It's not unethical or shallow to be persuasive. In fact, in a work setting, it makes sense to be in persuasion mode at all times, even at the water cooler (they still exist, right?).

What is persuasion mode? It's all about making your ideas seem compelling.

When you meet someone for lunch or for an interview, think about why you are even meeting. Get to the core. You might not be in sales, but you are selling something--an idea, a way of thinking, an attitude, an outlook. You are trying to persuade someone to like you, or to accept your viewpoints. In many cases, you are persuading someone that it makes sense to be around you at all, to enjoy your company.

When you send an email, you are persuading. Conversation on Slack? Yes. Skype call? Sure. Traveling to Bermuda on vacation with your family? Might be a stretch, but being in persuasion mode doesn't mean you are selling or convincing people they need something they don't have; you are persuading people you have something to offer beyond material possessions, and that fits into any situation or topic. Mostly, you are persuading them about you. In many ways, it's a leadership trait.

This played out recently in a conversation my wife had with her aunt. (Hold on, it applies--trust me.) They were  chatting idly about how people make money these days, and her aunt mentioned how people have figured out how to dismantle farm buildings and sell pieces of them online for a profit, mostly because having wagon wheels and plank boards is "a thing" in Europe right now. It's an opportunity to make some side income, for sure. (If you start a company doing this, let me know.)

Here's the interesting part. This wasn't a conversation about anything too serious, but her aunt was in persuasion mode--to an idea, to a way of thinking and analyzing, to the details. Those who are not persuading are probably coasting or don't care that much about the people around them. It was persuasive in the sense that it make her aunt more interesting, and it made the time they spent even more valuable. The opposite of this is coasting; it's focusing on unimportant topics.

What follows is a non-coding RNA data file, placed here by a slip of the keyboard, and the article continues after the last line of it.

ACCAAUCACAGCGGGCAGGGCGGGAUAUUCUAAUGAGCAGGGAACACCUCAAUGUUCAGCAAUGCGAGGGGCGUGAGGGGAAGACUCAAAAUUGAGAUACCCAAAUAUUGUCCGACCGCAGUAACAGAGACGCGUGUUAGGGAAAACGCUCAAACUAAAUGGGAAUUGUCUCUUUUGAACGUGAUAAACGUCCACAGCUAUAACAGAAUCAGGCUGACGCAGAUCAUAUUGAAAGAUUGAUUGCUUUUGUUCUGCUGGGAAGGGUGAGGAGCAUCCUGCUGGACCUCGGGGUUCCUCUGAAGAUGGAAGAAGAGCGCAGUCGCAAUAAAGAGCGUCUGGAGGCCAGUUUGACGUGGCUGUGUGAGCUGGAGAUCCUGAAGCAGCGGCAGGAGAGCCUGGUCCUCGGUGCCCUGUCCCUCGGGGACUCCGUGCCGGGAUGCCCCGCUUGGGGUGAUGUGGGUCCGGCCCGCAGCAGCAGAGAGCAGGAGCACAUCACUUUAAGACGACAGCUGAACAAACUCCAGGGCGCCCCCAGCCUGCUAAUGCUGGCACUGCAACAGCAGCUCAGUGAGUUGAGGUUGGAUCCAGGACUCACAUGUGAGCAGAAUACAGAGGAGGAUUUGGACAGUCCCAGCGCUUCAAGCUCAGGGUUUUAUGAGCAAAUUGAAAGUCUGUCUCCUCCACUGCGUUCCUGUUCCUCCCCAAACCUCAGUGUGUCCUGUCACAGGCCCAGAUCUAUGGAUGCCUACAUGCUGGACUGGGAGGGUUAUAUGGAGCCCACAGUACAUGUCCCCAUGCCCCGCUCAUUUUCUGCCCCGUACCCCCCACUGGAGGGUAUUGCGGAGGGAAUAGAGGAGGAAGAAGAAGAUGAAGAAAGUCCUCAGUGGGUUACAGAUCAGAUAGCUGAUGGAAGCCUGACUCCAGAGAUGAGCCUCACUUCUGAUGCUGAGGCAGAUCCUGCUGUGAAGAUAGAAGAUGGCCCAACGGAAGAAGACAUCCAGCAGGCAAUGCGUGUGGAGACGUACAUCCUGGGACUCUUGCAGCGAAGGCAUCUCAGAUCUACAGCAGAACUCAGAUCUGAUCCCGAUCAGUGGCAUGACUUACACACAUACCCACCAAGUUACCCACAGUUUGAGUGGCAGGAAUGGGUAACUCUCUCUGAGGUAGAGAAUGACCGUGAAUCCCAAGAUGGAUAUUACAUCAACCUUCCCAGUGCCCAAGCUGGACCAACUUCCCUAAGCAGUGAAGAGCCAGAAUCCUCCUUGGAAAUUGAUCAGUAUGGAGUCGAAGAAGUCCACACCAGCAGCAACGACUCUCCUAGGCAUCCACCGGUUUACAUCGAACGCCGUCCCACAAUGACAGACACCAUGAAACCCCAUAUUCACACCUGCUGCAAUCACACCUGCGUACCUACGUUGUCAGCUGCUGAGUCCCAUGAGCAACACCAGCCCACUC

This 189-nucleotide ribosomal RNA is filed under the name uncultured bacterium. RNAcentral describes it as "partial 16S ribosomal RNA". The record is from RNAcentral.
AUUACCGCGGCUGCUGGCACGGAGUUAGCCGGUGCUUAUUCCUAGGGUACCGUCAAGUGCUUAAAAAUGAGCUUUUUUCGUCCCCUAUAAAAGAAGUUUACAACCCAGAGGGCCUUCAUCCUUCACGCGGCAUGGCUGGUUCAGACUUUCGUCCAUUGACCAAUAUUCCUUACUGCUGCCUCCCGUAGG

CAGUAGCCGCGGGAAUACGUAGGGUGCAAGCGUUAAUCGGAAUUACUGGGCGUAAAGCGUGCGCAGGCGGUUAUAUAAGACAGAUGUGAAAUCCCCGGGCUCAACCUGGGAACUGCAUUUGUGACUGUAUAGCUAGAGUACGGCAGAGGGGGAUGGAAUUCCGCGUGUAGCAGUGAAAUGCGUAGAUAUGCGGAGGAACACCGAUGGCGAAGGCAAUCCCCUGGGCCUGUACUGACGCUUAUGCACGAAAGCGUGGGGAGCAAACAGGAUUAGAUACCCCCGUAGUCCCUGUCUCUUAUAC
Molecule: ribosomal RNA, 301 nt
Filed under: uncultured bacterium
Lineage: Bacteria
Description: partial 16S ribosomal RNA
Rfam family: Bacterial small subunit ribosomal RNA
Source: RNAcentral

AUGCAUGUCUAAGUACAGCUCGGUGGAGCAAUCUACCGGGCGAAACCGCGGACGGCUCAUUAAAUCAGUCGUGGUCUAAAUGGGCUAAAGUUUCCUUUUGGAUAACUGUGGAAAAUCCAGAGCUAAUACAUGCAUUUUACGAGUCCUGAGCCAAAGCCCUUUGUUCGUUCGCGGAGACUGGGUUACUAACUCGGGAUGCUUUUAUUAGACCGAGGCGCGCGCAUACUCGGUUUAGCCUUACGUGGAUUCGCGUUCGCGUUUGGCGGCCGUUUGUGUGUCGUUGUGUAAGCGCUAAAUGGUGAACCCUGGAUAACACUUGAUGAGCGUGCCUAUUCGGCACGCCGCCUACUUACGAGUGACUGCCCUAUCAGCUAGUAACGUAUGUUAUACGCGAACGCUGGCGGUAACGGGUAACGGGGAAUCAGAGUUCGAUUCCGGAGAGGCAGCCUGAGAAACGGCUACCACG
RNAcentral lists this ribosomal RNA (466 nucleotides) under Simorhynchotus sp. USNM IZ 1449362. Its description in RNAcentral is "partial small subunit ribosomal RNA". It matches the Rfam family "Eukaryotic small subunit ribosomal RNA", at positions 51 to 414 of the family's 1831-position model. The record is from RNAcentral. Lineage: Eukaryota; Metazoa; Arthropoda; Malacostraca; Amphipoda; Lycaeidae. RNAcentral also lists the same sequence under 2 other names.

You can take this too far, of course. We all know people who are always asserting their opinion or trying to get you to switch from one political party to another. I'm not talking about that kind of persuasion. It's more about a desire to make yourself interesting to other people, to present ideas they have not mulled over before countless times, to make yourself a persuasive person.

The alternative is a terrible way to live. It's letting yourself be the one persuaded. It's making yourself into someone who is just walking through life without a desire to influence and viewing most situations as perfunctory. It's terrible because it grinds you into a pile of sludge, a person who accepts whatever comes about.

Success, in case you have not discovered this, is also all about persuasion. Mark Zuckerberg is persuasive. He has a view of the world he is persuading others to follow. Steve Jobs was always persuasive as well, trying to move people from complacency to innovation. Every famous person you can name is persuasive.

Getting into that sort of mindset takes work, though. You have to see conversations and meetings as an opportunity to persuade and convince. Once you settle for being the one persuaded, you hand over the reigns of success to someone else.

Take the reigns. Then, let me know if it works out.